Let an old friend assure you of his full conviction that you did quite right.'
'One last remark,' proceeded Flora, rejecting commonplace life with a wave of her hand, 'I wish to make, one last explanation I wish to offer, there was a time ere Mr F. first paid attentions incapable of being mistaken, but that is past and was not to be, dear Mr Clennam you no longer wear a golden chain you are free I trust you may be happy, here is Papa who is always tiresome and putting in his nose everywhere where he is not wanted.'
With these words, and with a hasty gesture fraught with timid caution--such a gesture had Clennam's eyes been familiar with in the old time--poor Flora left herself at eighteen years of age, a long long way behind again; and came to a full stop at last.
Or rather, she left about half of herself at eighteen years of age behind, and grafted the rest on to the relict of the late Mr F.; thus making a moral mermaid of herself, which her once boy-lover contemplated with feelings wherein his sense of the sorrowful and his sense of the comical were curiously blended.
For example. As if there were a secret understanding between herself and Clennam of the most thrilling nature; as if the first of a train of post-chaises and four, extending all the way to Scotland, were at that moment round the corner; and as if she couldn't (and wouldn't) have walked into the Parish Church with him, under the shade of the family umbrella, with the Patriarchal blessing on her head, and the perfect concurrence of all mankind; Flora comforted her soul with agonies of mysterious signalling, expressing dread of discovery. With the sensation of becoming more and more light-headed every minute, Clennam saw the relict of the late Mr F. enjoying herself in the most wonderful manner, by putting herself and him in their old places, and going through all the old performances--now, when the stage was dusty, when the scenery was faded, when the youthful actors were dead, when the orchestra was empty, when the lights were out. And still, through all this grotesque revival of what he remembered as having once been prettily natural to her, he could not but feel that it revived at sight of him, and that there was a tender memory in it.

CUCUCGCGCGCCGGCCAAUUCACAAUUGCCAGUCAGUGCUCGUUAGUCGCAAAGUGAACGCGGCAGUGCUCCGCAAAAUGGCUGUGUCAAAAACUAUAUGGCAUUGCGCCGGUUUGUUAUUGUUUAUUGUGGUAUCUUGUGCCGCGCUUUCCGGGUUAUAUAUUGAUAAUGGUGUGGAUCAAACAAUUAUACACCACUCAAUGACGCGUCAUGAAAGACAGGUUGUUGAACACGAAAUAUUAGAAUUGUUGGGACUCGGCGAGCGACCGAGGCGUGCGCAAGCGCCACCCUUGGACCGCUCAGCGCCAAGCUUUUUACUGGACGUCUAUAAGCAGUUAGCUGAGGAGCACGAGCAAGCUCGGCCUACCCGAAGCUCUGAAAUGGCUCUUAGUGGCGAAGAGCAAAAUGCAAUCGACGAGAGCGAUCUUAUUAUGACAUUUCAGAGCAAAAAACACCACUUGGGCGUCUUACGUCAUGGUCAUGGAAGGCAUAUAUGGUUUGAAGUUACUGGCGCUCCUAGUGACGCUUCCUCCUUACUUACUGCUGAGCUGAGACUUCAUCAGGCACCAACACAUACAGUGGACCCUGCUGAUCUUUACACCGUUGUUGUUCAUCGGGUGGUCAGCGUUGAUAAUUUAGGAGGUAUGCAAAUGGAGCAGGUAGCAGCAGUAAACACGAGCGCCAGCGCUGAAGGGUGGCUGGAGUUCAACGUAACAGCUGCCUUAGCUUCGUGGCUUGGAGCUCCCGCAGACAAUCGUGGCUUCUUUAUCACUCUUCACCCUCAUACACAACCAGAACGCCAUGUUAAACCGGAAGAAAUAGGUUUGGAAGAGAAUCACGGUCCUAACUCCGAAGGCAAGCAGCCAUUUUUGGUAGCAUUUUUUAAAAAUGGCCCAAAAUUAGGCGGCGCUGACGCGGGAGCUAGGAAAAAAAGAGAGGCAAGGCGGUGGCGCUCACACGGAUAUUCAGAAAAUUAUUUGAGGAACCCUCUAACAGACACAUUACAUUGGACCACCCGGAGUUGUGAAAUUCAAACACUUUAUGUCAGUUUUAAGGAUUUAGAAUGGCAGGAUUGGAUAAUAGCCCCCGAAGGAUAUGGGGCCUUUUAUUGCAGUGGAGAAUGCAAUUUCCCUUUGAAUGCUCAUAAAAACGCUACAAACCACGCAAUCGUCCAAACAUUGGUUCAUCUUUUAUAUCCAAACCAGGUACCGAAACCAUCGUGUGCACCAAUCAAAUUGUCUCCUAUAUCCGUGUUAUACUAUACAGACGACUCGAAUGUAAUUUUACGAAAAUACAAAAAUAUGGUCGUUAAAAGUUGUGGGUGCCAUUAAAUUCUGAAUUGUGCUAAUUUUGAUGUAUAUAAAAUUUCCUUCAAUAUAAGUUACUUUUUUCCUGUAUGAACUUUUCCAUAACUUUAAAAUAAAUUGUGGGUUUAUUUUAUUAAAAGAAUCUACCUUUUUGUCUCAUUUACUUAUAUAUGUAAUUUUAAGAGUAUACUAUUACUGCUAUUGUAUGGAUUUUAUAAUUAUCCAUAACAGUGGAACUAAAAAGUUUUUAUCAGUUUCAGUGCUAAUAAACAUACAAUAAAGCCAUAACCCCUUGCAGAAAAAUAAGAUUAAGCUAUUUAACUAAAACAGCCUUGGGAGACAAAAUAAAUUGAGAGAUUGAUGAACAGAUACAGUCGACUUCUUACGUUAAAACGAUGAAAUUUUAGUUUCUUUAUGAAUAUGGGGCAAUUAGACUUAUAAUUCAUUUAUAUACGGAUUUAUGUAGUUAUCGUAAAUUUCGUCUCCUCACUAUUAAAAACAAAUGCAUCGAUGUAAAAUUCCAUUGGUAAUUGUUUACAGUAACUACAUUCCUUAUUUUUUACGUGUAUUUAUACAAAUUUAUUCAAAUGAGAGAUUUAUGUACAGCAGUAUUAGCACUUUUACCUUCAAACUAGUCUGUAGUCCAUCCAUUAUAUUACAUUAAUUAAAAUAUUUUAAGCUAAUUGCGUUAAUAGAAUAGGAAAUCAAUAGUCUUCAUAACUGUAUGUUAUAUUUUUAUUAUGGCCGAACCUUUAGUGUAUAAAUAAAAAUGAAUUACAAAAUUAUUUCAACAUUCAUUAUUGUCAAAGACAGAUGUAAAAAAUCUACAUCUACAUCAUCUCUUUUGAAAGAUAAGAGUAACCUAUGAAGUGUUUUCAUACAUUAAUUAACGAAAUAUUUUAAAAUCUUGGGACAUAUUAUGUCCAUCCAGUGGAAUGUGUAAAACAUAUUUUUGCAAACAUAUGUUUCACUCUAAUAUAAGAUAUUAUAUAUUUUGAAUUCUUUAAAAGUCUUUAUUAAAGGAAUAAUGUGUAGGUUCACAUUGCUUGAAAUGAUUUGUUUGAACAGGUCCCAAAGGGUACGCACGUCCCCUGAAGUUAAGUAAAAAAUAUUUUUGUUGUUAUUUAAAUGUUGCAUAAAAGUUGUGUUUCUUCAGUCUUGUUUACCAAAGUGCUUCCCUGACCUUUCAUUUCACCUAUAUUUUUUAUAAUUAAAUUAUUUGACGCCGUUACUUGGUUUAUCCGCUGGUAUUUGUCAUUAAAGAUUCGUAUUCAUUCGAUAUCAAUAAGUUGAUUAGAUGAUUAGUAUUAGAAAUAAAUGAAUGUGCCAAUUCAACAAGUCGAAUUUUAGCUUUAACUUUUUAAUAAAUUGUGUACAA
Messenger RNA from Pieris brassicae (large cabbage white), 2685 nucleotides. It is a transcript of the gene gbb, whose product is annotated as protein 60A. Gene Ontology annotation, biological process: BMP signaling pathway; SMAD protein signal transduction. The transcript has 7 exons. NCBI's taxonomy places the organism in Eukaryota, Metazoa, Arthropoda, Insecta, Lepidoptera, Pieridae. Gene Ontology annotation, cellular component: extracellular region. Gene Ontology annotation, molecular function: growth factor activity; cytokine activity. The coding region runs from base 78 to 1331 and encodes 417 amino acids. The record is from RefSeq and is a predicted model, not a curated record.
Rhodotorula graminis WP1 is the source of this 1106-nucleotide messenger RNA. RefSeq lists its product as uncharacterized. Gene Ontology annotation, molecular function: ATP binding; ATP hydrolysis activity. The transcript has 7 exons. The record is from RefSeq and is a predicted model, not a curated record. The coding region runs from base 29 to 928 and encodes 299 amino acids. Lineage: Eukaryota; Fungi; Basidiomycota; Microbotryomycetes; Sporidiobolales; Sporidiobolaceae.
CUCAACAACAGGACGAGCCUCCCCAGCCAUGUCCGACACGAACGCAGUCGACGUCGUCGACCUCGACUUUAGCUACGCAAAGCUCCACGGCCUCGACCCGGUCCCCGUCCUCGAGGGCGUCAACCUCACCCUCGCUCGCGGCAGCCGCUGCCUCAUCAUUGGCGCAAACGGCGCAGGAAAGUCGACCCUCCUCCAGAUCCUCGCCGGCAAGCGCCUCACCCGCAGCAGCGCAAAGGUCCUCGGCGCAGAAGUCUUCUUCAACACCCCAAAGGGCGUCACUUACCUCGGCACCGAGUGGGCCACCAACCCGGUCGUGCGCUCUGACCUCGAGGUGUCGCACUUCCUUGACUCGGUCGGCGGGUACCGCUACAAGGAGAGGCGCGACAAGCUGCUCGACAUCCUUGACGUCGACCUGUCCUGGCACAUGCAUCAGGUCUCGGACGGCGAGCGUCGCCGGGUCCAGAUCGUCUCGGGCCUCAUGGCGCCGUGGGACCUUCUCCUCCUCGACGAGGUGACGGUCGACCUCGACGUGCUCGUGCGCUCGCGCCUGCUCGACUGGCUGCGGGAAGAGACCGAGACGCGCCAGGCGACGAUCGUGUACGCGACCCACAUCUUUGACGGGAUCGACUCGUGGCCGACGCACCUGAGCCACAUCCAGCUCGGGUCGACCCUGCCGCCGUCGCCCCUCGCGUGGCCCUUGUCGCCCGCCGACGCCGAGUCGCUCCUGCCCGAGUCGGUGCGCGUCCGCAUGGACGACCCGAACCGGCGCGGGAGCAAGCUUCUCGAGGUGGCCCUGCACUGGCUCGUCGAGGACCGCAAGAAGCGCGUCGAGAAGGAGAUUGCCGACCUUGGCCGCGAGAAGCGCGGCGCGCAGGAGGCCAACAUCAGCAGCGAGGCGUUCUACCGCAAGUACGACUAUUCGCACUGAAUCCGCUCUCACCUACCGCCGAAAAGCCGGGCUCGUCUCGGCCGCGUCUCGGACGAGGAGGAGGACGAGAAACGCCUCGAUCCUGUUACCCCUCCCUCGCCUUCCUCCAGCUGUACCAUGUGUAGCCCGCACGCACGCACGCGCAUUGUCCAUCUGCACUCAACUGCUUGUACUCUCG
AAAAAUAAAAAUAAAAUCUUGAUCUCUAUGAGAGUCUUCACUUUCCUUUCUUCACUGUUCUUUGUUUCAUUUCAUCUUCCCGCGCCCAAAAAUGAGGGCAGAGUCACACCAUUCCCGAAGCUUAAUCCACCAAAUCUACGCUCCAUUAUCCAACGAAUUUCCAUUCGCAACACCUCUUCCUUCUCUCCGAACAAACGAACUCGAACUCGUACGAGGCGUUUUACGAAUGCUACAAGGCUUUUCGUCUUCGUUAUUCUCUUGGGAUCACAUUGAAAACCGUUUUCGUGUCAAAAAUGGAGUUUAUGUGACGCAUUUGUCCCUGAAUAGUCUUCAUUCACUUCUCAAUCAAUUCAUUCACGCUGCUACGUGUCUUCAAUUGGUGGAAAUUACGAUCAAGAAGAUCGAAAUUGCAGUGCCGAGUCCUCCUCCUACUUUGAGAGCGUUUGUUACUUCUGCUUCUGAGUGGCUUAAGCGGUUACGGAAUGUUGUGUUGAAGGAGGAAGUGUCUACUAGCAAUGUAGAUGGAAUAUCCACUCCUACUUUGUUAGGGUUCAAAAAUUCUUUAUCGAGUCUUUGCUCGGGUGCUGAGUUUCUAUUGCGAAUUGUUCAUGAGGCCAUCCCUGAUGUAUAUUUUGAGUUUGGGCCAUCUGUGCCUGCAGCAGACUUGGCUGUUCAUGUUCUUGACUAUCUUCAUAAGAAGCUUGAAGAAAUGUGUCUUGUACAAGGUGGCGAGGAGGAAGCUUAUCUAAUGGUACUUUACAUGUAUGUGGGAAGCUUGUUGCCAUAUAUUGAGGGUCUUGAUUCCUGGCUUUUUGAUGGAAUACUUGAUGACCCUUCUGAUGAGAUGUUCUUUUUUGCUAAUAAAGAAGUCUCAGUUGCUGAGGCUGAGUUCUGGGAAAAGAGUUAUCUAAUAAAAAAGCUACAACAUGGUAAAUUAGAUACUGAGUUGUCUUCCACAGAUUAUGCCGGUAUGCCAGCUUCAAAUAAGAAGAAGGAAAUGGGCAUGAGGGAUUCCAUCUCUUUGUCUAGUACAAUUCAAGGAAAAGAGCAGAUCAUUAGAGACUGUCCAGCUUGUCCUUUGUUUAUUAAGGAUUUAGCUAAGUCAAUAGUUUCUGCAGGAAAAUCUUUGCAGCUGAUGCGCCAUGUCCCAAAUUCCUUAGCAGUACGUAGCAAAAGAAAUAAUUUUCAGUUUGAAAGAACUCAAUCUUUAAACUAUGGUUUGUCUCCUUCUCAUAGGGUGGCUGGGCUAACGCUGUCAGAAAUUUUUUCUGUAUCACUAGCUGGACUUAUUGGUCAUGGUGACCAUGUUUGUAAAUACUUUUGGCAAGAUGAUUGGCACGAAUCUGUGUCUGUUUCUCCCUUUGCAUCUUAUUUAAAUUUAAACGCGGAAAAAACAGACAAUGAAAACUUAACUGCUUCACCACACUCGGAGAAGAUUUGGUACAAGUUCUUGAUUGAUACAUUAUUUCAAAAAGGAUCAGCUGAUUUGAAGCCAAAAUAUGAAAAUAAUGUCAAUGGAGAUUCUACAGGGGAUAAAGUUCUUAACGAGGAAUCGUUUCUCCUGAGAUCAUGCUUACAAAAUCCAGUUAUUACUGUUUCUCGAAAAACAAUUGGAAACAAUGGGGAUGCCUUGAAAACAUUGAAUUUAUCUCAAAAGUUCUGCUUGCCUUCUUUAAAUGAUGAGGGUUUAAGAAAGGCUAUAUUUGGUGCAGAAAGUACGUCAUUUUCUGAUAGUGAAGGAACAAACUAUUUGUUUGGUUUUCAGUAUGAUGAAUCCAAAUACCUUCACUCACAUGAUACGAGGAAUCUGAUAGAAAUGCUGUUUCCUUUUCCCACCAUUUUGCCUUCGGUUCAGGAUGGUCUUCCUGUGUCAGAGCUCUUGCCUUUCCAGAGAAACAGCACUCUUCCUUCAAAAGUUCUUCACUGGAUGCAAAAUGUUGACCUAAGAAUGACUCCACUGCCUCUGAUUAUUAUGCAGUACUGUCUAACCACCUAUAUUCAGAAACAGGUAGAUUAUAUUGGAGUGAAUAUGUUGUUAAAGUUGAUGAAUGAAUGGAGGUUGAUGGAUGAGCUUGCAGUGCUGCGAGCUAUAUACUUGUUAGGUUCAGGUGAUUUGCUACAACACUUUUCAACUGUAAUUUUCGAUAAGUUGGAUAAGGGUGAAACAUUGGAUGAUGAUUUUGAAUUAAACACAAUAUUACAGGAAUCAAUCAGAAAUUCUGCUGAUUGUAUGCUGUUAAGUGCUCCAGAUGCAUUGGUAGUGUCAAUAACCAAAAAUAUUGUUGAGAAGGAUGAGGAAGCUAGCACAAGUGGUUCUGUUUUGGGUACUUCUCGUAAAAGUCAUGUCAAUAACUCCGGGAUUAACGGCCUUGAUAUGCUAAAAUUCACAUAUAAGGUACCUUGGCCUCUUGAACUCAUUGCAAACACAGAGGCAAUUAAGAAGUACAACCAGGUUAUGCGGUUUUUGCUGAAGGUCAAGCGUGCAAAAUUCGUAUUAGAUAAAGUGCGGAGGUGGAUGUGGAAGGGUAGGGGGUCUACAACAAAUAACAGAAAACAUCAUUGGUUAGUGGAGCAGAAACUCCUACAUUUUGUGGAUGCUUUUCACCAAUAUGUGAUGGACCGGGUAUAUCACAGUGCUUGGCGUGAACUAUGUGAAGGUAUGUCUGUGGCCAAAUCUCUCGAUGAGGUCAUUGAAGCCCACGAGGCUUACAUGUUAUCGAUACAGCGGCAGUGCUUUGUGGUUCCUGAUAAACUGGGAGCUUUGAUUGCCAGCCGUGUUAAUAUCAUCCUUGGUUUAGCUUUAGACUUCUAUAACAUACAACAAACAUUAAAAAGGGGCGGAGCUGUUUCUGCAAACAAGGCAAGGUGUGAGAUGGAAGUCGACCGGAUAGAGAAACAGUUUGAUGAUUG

The Patriarch insisted on his staying to dinner, and Flora signalled 'Yes!' Clennam so wished he could have done more than stay to dinner--so heartily wished he could have found the Flora that had been, or that never had been--that he thought the least atonement he could make for the disappointment he almost felt ashamed of, was to give himself up to the family desire. Therefore, he stayed to dinner.
Pancks dined with them. Pancks steamed out of his little dock at a quarter before six, and bore straight down for the Patriarch, who happened to be then driving, in an inane manner, through a stagnant account of Bleeding Heart Yard. Pancks instantly made fast to him and hauled him out.
'Bleeding Heart Yard?' said Pancks, with a puff and a snort. 'It's a troublesome property. Don't pay you badly, but rents are very hard to get there. You have more trouble with that one place than with all the places belonging to you.'
just as the big ship in tow gets the credit, with most spectators, of being the powerful object, so the Patriarch usually seemed to have said himself whatever Pancks said for him.
'Indeed?' returned Clennam, upon whom this impression was so efficiently made by a mere gleam of the polished head that he spoke the ship instead of the Tug. 'The people are so poor there?'
'You can't say, you know,' snorted Pancks, taking one of his dirty hands out of his rusty iron-grey pockets to bite his nails, if he could find any, and turning his beads of eyes upon his employer, 'whether they're poor or not. They say they are, but they all say that. When a man says he's rich, you're generally sure he isn't. Besides, if they ARE poor, you can't help it. You'd be poor yourself if you didn't get your rents.'
'True enough,' said Arthur.
'You're not going to keep open house for all the poor of London,' pursued Pancks.